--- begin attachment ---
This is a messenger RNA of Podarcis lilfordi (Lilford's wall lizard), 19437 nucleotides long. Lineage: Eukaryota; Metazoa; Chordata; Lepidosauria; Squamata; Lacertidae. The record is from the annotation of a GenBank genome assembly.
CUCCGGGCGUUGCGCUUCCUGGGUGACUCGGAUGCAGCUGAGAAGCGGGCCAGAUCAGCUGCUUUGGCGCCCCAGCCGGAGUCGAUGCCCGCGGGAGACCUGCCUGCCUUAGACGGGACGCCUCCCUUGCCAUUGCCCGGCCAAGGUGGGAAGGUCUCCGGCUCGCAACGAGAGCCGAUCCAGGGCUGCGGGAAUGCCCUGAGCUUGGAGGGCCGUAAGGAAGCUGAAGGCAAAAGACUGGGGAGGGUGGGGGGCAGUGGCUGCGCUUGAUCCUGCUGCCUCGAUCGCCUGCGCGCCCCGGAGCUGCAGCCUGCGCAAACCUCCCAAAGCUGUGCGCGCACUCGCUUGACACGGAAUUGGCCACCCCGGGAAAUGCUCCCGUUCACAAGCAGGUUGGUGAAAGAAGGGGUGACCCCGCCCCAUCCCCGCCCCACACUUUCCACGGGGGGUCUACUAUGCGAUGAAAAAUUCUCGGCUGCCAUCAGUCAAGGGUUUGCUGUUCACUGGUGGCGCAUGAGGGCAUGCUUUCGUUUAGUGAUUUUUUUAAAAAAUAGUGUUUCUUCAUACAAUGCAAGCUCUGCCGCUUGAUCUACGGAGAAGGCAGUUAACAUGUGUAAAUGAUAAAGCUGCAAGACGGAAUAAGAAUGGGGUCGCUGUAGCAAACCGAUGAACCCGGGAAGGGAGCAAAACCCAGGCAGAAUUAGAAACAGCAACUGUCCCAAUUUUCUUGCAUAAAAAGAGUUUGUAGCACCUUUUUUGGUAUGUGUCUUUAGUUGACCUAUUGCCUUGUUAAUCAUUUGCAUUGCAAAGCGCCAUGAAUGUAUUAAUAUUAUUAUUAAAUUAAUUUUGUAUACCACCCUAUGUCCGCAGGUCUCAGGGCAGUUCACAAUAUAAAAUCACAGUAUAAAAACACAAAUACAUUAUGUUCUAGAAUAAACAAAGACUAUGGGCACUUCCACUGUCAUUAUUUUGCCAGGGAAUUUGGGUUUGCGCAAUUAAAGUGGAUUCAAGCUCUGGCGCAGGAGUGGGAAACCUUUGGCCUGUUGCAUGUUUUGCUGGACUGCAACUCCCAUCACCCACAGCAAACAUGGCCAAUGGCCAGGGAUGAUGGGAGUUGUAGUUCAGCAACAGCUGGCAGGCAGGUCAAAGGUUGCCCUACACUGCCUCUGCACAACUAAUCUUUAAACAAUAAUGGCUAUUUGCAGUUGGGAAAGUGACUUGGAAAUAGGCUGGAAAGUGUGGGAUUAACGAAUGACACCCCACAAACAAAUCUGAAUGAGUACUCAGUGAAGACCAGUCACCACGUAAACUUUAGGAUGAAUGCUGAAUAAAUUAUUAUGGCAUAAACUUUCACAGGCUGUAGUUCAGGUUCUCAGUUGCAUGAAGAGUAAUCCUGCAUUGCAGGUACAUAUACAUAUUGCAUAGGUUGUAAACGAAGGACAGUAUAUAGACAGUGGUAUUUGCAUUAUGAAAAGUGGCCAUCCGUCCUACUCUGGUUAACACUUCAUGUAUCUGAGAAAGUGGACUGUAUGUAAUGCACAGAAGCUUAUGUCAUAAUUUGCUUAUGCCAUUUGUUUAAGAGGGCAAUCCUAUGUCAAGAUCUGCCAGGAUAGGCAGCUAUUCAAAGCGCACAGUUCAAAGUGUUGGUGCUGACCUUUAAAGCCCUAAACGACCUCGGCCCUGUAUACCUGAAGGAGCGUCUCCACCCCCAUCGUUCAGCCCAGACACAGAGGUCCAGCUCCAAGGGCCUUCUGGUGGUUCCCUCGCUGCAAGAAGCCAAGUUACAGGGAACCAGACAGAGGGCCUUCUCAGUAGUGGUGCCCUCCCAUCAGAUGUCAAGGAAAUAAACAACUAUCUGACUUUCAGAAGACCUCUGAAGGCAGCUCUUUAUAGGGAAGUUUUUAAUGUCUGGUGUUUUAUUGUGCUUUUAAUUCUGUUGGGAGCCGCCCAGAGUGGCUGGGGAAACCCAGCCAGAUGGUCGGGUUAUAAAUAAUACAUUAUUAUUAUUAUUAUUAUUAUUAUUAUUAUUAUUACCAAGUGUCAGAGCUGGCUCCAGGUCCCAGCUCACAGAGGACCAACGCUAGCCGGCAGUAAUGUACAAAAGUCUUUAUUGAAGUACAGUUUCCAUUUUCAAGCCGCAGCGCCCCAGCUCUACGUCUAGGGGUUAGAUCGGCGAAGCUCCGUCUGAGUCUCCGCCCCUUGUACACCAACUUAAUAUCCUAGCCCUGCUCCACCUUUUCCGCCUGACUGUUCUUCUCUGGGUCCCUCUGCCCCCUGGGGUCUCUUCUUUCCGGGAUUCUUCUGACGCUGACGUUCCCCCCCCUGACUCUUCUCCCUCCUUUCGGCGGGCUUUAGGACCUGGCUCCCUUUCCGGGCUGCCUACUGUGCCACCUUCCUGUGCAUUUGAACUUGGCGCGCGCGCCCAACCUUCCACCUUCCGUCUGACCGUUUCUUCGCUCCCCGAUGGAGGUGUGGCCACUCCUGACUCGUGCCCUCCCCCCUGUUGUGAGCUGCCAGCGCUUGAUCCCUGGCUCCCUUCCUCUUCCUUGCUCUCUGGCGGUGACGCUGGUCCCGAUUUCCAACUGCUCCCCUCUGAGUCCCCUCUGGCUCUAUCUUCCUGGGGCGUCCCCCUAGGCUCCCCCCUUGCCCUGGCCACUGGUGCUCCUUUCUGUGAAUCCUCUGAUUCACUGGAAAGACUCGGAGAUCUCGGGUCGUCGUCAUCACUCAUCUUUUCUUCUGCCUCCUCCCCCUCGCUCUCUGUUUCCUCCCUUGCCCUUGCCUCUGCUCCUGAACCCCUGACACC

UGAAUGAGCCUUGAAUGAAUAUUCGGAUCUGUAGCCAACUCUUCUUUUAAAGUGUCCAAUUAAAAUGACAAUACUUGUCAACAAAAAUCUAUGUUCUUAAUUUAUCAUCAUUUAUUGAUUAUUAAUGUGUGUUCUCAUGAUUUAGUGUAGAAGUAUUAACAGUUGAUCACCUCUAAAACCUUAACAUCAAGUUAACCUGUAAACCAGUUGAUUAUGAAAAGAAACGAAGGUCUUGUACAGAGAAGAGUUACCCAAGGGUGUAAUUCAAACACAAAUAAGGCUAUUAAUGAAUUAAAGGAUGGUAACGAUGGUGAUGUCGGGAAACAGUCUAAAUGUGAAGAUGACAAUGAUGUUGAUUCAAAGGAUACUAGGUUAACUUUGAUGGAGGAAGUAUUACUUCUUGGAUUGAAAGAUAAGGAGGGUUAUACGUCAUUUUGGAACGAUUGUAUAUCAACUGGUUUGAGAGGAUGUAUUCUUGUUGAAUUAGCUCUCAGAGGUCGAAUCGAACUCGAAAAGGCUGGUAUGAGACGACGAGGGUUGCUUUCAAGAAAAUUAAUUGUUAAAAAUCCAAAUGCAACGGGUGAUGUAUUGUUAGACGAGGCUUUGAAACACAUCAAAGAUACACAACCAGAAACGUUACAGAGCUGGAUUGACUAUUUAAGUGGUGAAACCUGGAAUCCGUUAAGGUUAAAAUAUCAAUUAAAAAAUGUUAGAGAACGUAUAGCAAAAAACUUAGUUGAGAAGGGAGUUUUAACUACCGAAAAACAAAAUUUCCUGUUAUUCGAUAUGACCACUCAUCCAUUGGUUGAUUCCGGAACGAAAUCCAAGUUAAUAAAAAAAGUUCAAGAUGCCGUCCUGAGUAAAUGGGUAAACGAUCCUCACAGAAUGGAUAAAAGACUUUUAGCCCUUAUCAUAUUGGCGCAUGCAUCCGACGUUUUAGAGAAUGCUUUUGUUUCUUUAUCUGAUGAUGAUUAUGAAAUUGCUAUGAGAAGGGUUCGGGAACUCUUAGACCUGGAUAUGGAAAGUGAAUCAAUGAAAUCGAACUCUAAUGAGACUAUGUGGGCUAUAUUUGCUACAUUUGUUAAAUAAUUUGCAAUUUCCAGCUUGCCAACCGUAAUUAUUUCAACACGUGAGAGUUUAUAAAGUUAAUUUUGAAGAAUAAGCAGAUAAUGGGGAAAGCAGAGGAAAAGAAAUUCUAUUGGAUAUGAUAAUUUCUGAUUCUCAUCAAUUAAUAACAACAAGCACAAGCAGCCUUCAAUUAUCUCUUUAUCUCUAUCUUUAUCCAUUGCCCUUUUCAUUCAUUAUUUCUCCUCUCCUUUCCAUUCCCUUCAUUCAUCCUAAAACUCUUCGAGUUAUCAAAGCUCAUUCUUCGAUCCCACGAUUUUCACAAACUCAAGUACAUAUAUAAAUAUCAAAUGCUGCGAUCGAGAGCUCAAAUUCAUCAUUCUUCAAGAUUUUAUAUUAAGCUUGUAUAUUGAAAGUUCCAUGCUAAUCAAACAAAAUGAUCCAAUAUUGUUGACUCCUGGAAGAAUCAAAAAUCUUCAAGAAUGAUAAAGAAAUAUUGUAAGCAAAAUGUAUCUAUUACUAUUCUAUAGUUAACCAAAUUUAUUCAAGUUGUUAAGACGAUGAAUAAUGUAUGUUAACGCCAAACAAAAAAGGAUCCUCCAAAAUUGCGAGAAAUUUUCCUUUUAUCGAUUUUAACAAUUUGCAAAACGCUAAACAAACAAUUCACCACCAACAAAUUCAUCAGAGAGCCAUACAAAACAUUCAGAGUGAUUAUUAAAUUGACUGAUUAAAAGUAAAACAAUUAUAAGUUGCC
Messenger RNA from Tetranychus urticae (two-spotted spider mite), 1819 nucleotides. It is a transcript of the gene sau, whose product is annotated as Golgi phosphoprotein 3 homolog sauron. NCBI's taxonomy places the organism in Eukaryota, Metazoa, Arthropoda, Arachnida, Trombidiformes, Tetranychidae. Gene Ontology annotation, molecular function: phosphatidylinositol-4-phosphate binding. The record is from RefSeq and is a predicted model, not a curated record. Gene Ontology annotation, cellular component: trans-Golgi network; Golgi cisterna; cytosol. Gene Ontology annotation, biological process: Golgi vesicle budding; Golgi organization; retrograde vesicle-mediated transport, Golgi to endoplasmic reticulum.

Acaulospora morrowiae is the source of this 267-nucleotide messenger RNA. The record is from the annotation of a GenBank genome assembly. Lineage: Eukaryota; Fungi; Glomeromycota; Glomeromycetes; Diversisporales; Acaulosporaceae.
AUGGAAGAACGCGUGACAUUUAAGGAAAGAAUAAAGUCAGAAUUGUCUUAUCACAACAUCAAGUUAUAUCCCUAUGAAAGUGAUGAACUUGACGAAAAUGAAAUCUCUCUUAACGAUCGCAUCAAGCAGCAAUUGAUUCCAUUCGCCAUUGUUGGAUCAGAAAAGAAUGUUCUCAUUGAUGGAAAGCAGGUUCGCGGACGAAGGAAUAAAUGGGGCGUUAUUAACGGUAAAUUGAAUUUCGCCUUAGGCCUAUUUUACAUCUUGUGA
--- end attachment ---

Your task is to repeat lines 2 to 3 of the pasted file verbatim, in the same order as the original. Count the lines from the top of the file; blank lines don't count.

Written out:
CUCCGGGCGUUGCGCUUCCUGGGUGACUCGGAUGCAGCUGAGAAGCGGGCCAGAUCAGCUGCUUUGGCGCCCCAGCCGGAGUCGAUGCCCGCGGGAGACCUGCCUGCCUUAGACGGGACGCCUCCCUUGCCAUUGCCCGGCCAAGGUGGGAAGGUCUCCGGCUCGCAACGAGAGCCGAUCCAGGGCUGCGGGAAUGCCCUGAGCUUGGAGGGCCGUAAGGAAGCUGAAGGCAAAAGACUGGGGAGGGUGGGGGGCAGUGGCUGCGCUUGAUCCUGCUGCCUCGAUCGCCUGCGCGCCCCGGAGCUGCAGCCUGCGCAAACCUCCCAAAGCUGUGCGCGCACUCGCUUGACACGGAAUUGGCCACCCCGGGAAAUGCUCCCGUUCACAAGCAGGUUGGUGAAAGAAGGGGUGACCCCGCCCCAUCCCCGCCCCACACUUUCCACGGGGGGUCUACUAUGCGAUGAAAAAUUCUCGGCUGCCAUCAGUCAAGGGUUUGCUGUUCACUGGUGGCGCAUGAGGGCAUGCUUUCGUUUAGUGAUUUUUUUAAAAAAUAGUGUUUCUUCAUACAAUGCAAGCUCUGCCGCUUGAUCUACGGAGAAGGCAGUUAACAUGUGUAAAUGAUAAAGCUGCAAGACGGAAUAAGAAUGGGGUCGCUGUAGCAAACCGAUGAACCCGGGAAGGGAGCAAAACCCAGGCAGAAUUAGAAACAGCAACUGUCCCAAUUUUCUUGCAUAAAAAGAGUUUGUAGCACCUUUUUUGGUAUGUGUCUUUAGUUGACCUAUUGCCUUGUUAAUCAUUUGCAUUGCAAAGCGCCAUGAAUGUAUUAAUAUUAUUAUUAAAUUAAUUUUGUAUACCACCCUAUGUCCGCAGGUCUCAGGGCAGUUCACAAUAUAAAAUCACAGUAUAAAAACACAAAUACAUUAUGUUCUAGAAUAAACAAAGACUAUGGGCACUUCCACUGUCAUUAUUUUGCCAGGGAAUUUGGGUUUGCGCAAUUAAAGUGGAUUCAAGCUCUGGCGCAGGAGUGGGAAACCUUUGGCCUGUUGCAUGUUUUGCUGGACUGCAACUCCCAUCACCCACAGCAAACAUGGCCAAUGGCCAGGGAUGAUGGGAGUUGUAGUUCAGCAACAGCUGGCAGGCAGGUCAAAGGUUGCCCUACACUGCCUCUGCACAACUAAUCUUUAAACAAUAAUGGCUAUUUGCAGUUGGGAAAGUGACUUGGAAAUAGGCUGGAAAGUGUGGGAUUAACGAAUGACACCCCACAAACAAAUCUGAAUGAGUACUCAGUGAAGACCAGUCACCACGUAAACUUUAGGAUGAAUGCUGAAUAAAUUAUUAUGGCAUAAACUUUCACAGGCUGUAGUUCAGGUUCUCAGUUGCAUGAAGAGUAAUCCUGCAUUGCAGGUACAUAUACAUAUUGCAUAGGUUGUAAACGAAGGACAGUAUAUAGACAGUGGUAUUUGCAUUAUGAAAAGUGGCCAUCCGUCCUACUCUGGUUAACACUUCAUGUAUCUGAGAAAGUGGACUGUAUGUAAUGCACAGAAGCUUAUGUCAUAAUUUGCUUAUGCCAUUUGUUUAAGAGGGCAAUCCUAUGUCAAGAUCUGCCAGGAUAGGCAGCUAUUCAAAGCGCACAGUUCAAAGUGUUGGUGCUGACCUUUAAAGCCCUAAACGACCUCGGCCCUGUAUACCUGAAGGAGCGUCUCCACCCCCAUCGUUCAGCCCAGACACAGAGGUCCAGCUCCAAGGGCCUUCUGGUGGUUCCCUCGCUGCAAGAAGCCAAGUUACAGGGAACCAGACAGAGGGCCUUCUCAGUAGUGGUGCCCUCCCAUCAGAUGUCAAGGAAAUAAACAACUAUCUGACUUUCAGAAGACCUCUGAAGGCAGCUCUUUAUAGGGAAGUUUUUAAUGUCUGGUGUUUUAUUGUGCUUUUAAUUCUGUUGGGAGCCGCCCAGAGUGGCUGGGGAAACCCAGCCAGAUGGUCGGGUUAUAAAUAAUACAUUAUUAUUAUUAUUAUUAUUAUUAUUAUUAUUAUUACCAAGUGUCAGAGCUGGCUCCAGGUCCCAGCUCACAGAGGACCAACGCUAGCCGGCAGUAAUGUACAAAAGUCUUUAUUGAAGUACAGUUUCCAUUUUCAAGCCGCAGCGCCCCAGCUCUACGUCUAGGGGUUAGAUCGGCGAAGCUCCGUCUGAGUCUCCGCCCCUUGUACACCAACUUAAUAUCCUAGCCCUGCUCCACCUUUUCCGCCUGACUGUUCUUCUCUGGGUCCCUCUGCCCCCUGGGGUCUCUUCUUUCCGGGAUUCUUCUGACGCUGACGUUCCCCCCCCUGACUCUUCUCCCUCCUUUCGGCGGGCUUUAGGACCUGGCUCCCUUUCCGGGCUGCCUACUGUGCCACCUUCCUGUGCAUUUGAACUUGGCGCGCGCGCCCAACCUUCCACCUUCCGUCUGACCGUUUCUUCGCUCCCCGAUGGAGGUGUGGCCACUCCUGACUCGUGCCCUCCCCCCUGUUGUGAGCUGCCAGCGCUUGAUCCCUGGCUCCCUUCCUCUUCCUUGCUCUCUGGCGGUGACGCUGGUCCCGAUUUCCAACUGCUCCCCUCUGAGUCCCCUCUGGCUCUAUCUUCCUGGGGCGUCCCCCUAGGCUCCCCCCUUGCCCUGGCCACUGGUGCUCCUUUCUGUGAAUCCUCUGAUUCACUGGAAAGACUCGGAGAUCUCGGGUCGUCGUCAUCACUCAUCUUUUCUUCUGCCUCCUCCCCCUCGCUCUCUGUUUCCUCCCUUGCCCUUGCCUCUGCUCCUGAACCCCUGACACC

UGAAUGAGCCUUGAAUGAAUAUUCGGAUCUGUAGCCAACUCUUCUUUUAAAGUGUCCAAUUAAAAUGACAAUACUUGUCAACAAAAAUCUAUGUUCUUAAUUUAUCAUCAUUUAUUGAUUAUUAAUGUGUGUUCUCAUGAUUUAGUGUAGAAGUAUUAACAGUUGAUCACCUCUAAAACCUUAACAUCAAGUUAACCUGUAAACCAGUUGAUUAUGAAAAGAAACGAAGGUCUUGUACAGAGAAGAGUUACCCAAGGGUGUAAUUCAAACACAAAUAAGGCUAUUAAUGAAUUAAAGGAUGGUAACGAUGGUGAUGUCGGGAAACAGUCUAAAUGUGAAGAUGACAAUGAUGUUGAUUCAAAGGAUACUAGGUUAACUUUGAUGGAGGAAGUAUUACUUCUUGGAUUGAAAGAUAAGGAGGGUUAUACGUCAUUUUGGAACGAUUGUAUAUCAACUGGUUUGAGAGGAUGUAUUCUUGUUGAAUUAGCUCUCAGAGGUCGAAUCGAACUCGAAAAGGCUGGUAUGAGACGACGAGGGUUGCUUUCAAGAAAAUUAAUUGUUAAAAAUCCAAAUGCAACGGGUGAUGUAUUGUUAGACGAGGCUUUGAAACACAUCAAAGAUACACAACCAGAAACGUUACAGAGCUGGAUUGACUAUUUAAGUGGUGAAACCUGGAAUCCGUUAAGGUUAAAAUAUCAAUUAAAAAAUGUUAGAGAACGUAUAGCAAAAAACUUAGUUGAGAAGGGAGUUUUAACUACCGAAAAACAAAAUUUCCUGUUAUUCGAUAUGACCACUCAUCCAUUGGUUGAUUCCGGAACGAAAUCCAAGUUAAUAAAAAAAGUUCAAGAUGCCGUCCUGAGUAAAUGGGUAAACGAUCCUCACAGAAUGGAUAAAAGACUUUUAGCCCUUAUCAUAUUGGCGCAUGCAUCCGACGUUUUAGAGAAUGCUUUUGUUUCUUUAUCUGAUGAUGAUUAUGAAAUUGCUAUGAGAAGGGUUCGGGAACUCUUAGACCUGGAUAUGGAAAGUGAAUCAAUGAAAUCGAACUCUAAUGAGACUAUGUGGGCUAUAUUUGCUACAUUUGUUAAAUAAUUUGCAAUUUCCAGCUUGCCAACCGUAAUUAUUUCAACACGUGAGAGUUUAUAAAGUUAAUUUUGAAGAAUAAGCAGAUAAUGGGGAAAGCAGAGGAAAAGAAAUUCUAUUGGAUAUGAUAAUUUCUGAUUCUCAUCAAUUAAUAACAACAAGCACAAGCAGCCUUCAAUUAUCUCUUUAUCUCUAUCUUUAUCCAUUGCCCUUUUCAUUCAUUAUUUCUCCUCUCCUUUCCAUUCCCUUCAUUCAUCCUAAAACUCUUCGAGUUAUCAAAGCUCAUUCUUCGAUCCCACGAUUUUCACAAACUCAAGUACAUAUAUAAAUAUCAAAUGCUGCGAUCGAGAGCUCAAAUUCAUCAUUCUUCAAGAUUUUAUAUUAAGCUUGUAUAUUGAAAGUUCCAUGCUAAUCAAACAAAAUGAUCCAAUAUUGUUGACUCCUGGAAGAAUCAAAAAUCUUCAAGAAUGAUAAAGAAAUAUUGUAAGCAAAAUGUAUCUAUUACUAUUCUAUAGUUAACCAAAUUUAUUCAAGUUGUUAAGACGAUGAAUAAUGUAUGUUAACGCCAAACAAAAAAGGAUCCUCCAAAAUUGCGAGAAAUUUUCCUUUUAUCGAUUUUAACAAUUUGCAAAACGCUAAACAAACAAUUCACCACCAACAAAUUCAUCAGAGAGCCAUACAAAACAUUCAGAGUGAUUAUUAAAUUGACUGAUUAAAAGUAAAACAAUUAUAAGUUGCC